The very first video game, every schoolchild knows, was Pong, the thrill-a-minute table tennis adventure in which players bounced a white cube back and forth forever. Designed by Allan Alcorn, the first Pong prototype appeared on an Atari system in a Sunnyvale, California bar in 1972. “In no time at all,” writes Wired, “videogames went from almost zero to a multi-billion dollar global industry.” This brief history, however, doesn’t get it quite right.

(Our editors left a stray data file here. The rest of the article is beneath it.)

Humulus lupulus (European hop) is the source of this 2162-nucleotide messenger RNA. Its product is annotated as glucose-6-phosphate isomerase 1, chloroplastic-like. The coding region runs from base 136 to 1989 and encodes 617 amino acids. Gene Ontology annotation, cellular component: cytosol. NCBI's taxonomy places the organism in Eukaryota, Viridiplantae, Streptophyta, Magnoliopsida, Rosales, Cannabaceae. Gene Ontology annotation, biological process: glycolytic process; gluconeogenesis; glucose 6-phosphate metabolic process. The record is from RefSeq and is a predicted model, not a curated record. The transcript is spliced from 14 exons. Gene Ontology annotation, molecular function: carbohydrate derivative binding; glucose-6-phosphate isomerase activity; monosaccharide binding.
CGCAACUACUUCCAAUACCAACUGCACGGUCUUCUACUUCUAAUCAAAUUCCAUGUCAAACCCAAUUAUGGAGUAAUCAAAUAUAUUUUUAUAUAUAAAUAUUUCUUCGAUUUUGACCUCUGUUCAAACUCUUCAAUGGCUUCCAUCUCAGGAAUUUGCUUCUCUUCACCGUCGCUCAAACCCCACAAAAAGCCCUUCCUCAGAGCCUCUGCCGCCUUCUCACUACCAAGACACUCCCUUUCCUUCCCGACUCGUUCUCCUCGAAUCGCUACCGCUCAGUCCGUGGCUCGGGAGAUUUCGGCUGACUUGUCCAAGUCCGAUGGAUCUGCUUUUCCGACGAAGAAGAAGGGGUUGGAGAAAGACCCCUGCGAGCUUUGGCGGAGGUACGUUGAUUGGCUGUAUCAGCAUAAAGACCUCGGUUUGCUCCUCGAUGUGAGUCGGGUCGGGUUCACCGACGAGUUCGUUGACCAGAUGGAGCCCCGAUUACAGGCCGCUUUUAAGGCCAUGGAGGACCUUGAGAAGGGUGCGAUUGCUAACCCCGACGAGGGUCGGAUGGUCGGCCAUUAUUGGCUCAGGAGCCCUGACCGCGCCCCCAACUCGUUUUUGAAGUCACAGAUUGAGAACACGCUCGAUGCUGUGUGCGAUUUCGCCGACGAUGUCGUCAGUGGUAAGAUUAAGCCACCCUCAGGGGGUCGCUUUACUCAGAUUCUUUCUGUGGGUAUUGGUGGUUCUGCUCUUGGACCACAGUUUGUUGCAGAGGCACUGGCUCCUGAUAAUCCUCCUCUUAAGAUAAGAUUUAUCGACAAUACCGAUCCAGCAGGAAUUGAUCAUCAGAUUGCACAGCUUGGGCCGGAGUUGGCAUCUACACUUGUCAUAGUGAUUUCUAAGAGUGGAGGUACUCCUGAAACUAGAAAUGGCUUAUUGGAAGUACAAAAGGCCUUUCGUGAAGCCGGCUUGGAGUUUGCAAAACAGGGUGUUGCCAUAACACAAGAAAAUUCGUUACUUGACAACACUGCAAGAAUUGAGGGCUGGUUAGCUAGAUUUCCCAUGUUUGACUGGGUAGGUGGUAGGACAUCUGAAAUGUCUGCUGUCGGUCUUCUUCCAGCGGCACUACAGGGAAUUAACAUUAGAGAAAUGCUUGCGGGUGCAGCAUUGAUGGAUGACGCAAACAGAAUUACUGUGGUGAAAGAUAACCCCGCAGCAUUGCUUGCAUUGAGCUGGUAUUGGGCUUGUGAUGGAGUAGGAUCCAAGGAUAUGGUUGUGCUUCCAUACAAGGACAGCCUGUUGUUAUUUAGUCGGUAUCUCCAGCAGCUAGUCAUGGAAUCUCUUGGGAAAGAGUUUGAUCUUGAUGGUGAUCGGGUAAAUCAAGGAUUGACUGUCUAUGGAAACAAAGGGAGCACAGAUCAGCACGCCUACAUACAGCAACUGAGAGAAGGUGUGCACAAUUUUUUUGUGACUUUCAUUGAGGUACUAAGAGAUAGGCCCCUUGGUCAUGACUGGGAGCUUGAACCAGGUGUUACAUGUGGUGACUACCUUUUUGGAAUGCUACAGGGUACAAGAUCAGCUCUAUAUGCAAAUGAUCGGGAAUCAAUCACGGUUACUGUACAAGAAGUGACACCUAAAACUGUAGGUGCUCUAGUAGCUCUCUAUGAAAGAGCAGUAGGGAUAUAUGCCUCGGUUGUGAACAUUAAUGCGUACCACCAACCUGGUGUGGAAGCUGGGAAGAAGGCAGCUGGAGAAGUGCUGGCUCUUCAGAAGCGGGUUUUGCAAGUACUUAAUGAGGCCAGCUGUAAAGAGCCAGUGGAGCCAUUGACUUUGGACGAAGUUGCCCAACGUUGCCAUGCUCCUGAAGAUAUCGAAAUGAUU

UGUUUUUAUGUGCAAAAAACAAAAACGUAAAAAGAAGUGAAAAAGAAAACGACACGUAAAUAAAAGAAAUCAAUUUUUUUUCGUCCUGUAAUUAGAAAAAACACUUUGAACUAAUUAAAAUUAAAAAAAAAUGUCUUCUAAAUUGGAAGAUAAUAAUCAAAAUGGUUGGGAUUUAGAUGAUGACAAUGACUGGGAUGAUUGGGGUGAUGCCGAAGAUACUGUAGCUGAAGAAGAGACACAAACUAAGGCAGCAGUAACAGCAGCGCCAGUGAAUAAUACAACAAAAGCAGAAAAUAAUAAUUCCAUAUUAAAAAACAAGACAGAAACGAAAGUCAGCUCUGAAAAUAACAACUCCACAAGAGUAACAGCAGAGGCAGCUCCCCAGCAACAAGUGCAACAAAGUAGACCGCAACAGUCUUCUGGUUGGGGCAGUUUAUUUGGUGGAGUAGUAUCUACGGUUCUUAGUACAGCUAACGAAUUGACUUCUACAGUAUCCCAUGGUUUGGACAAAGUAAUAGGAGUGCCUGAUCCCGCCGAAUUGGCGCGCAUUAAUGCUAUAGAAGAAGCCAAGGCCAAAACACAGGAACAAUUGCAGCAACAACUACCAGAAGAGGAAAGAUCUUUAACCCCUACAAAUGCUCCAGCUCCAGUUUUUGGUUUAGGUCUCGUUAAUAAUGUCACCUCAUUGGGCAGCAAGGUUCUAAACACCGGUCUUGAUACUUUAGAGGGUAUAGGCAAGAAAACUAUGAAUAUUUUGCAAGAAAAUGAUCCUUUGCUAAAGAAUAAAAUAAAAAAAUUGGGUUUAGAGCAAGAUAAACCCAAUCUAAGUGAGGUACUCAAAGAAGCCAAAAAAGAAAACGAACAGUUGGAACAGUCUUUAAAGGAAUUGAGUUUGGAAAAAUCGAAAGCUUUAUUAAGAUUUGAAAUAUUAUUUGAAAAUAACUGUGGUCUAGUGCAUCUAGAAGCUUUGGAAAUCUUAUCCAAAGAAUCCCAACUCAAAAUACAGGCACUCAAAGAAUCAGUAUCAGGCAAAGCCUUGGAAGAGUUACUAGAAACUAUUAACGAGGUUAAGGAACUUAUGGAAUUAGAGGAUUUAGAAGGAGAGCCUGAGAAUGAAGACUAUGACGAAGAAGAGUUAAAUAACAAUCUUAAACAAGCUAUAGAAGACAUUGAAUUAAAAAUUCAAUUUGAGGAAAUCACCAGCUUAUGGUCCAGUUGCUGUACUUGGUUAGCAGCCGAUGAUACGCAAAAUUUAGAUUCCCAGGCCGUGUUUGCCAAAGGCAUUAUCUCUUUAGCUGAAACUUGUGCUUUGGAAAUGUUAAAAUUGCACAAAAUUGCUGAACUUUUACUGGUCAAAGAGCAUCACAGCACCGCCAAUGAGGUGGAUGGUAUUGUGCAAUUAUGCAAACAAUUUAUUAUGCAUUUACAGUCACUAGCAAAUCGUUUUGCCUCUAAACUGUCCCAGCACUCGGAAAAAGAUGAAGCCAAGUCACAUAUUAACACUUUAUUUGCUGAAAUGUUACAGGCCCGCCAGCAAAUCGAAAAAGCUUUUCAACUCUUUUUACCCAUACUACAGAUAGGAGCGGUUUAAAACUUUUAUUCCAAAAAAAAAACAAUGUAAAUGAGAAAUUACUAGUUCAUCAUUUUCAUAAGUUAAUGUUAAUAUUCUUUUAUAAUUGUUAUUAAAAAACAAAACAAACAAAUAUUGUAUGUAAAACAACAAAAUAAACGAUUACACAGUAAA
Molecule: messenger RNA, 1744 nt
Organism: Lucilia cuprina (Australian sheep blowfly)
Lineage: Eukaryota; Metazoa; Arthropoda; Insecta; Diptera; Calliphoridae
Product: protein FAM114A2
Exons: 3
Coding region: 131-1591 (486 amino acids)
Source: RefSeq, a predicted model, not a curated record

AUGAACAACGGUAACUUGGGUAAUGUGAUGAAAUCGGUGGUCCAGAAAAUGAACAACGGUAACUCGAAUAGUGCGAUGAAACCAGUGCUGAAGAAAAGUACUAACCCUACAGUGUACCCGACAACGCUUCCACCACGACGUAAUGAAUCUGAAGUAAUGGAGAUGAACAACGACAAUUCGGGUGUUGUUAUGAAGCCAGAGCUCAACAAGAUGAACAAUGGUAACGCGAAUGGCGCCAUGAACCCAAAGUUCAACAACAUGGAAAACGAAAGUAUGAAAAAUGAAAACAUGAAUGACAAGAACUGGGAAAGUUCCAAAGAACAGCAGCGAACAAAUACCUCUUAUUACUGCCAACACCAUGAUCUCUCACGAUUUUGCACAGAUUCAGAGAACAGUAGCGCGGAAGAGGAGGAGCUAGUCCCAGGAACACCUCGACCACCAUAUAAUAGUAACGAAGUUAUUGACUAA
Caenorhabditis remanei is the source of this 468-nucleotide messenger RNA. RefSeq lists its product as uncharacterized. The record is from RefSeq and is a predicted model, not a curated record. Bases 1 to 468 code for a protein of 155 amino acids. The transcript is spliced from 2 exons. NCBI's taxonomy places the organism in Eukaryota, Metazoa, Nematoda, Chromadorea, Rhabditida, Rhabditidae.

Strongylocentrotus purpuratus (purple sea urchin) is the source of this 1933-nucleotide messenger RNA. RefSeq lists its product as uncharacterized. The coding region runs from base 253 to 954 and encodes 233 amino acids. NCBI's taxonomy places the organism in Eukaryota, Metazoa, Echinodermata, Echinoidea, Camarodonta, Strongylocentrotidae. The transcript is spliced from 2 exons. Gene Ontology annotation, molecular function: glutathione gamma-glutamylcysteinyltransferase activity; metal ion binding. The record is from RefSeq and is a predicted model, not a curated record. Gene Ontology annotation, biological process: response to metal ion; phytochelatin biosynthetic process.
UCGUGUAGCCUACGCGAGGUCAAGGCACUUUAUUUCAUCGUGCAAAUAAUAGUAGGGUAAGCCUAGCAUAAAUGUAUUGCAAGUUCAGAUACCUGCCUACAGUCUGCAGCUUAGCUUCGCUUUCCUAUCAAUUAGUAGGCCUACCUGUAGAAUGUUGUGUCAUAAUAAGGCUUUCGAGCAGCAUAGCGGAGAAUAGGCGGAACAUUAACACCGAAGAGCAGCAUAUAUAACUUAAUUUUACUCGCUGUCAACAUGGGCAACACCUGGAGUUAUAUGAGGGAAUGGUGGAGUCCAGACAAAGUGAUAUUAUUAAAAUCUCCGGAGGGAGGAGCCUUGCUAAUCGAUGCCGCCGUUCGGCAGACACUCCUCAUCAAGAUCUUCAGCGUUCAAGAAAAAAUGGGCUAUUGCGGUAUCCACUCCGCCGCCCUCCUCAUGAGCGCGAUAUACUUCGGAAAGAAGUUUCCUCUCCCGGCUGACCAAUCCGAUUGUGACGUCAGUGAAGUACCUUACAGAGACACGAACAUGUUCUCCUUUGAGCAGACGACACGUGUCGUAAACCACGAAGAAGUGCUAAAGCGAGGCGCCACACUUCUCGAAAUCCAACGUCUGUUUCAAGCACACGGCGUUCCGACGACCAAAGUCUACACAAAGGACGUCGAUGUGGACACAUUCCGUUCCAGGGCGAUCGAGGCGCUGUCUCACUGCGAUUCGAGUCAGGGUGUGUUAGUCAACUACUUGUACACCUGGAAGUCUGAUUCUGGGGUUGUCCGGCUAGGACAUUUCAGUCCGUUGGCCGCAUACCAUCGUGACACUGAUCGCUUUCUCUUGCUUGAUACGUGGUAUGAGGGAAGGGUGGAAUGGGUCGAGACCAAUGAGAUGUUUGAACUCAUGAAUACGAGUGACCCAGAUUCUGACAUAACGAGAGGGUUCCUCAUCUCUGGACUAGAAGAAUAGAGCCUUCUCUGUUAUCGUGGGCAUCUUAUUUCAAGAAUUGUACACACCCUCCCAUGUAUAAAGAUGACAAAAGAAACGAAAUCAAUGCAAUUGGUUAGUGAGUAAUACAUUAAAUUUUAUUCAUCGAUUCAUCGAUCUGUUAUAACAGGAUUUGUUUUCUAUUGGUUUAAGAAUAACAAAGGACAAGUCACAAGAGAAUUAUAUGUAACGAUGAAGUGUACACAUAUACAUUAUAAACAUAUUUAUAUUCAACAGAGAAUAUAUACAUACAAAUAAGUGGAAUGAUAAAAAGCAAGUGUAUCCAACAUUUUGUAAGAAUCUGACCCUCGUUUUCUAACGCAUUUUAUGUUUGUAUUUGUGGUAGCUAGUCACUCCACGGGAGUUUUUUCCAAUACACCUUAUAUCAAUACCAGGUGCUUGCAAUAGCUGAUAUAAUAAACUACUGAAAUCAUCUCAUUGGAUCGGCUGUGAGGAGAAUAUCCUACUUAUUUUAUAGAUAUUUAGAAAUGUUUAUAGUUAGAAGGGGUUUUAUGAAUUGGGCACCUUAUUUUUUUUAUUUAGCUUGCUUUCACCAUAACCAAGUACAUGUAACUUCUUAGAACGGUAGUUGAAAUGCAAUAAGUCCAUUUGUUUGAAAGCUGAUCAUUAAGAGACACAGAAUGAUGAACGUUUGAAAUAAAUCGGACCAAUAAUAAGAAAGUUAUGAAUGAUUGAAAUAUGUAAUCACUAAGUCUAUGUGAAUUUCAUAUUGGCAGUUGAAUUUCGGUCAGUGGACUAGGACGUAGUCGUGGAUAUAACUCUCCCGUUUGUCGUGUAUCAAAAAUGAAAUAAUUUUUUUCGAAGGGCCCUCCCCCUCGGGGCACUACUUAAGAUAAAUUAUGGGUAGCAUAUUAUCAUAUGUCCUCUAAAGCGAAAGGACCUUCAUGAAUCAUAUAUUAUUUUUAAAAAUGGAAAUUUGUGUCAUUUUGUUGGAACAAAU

Atari deserves credit for pioneering early gaming machines, but the first home video game console appeared several years before their 1972 founding. Invented by Ralph Baer in 1966, under the auspices of his employer, defense contractor Sanders Associates, it was known as the “Brown Box” (or “TV Game Unit #7”). Baer’s invention, crude-looking by any standards today, established the basic design for virtually every console system since.
To learn more about Ralph Baer and his landmark invention, as well as view gaming system photographs from the Dinosaur Age of Gaming, you may visit here.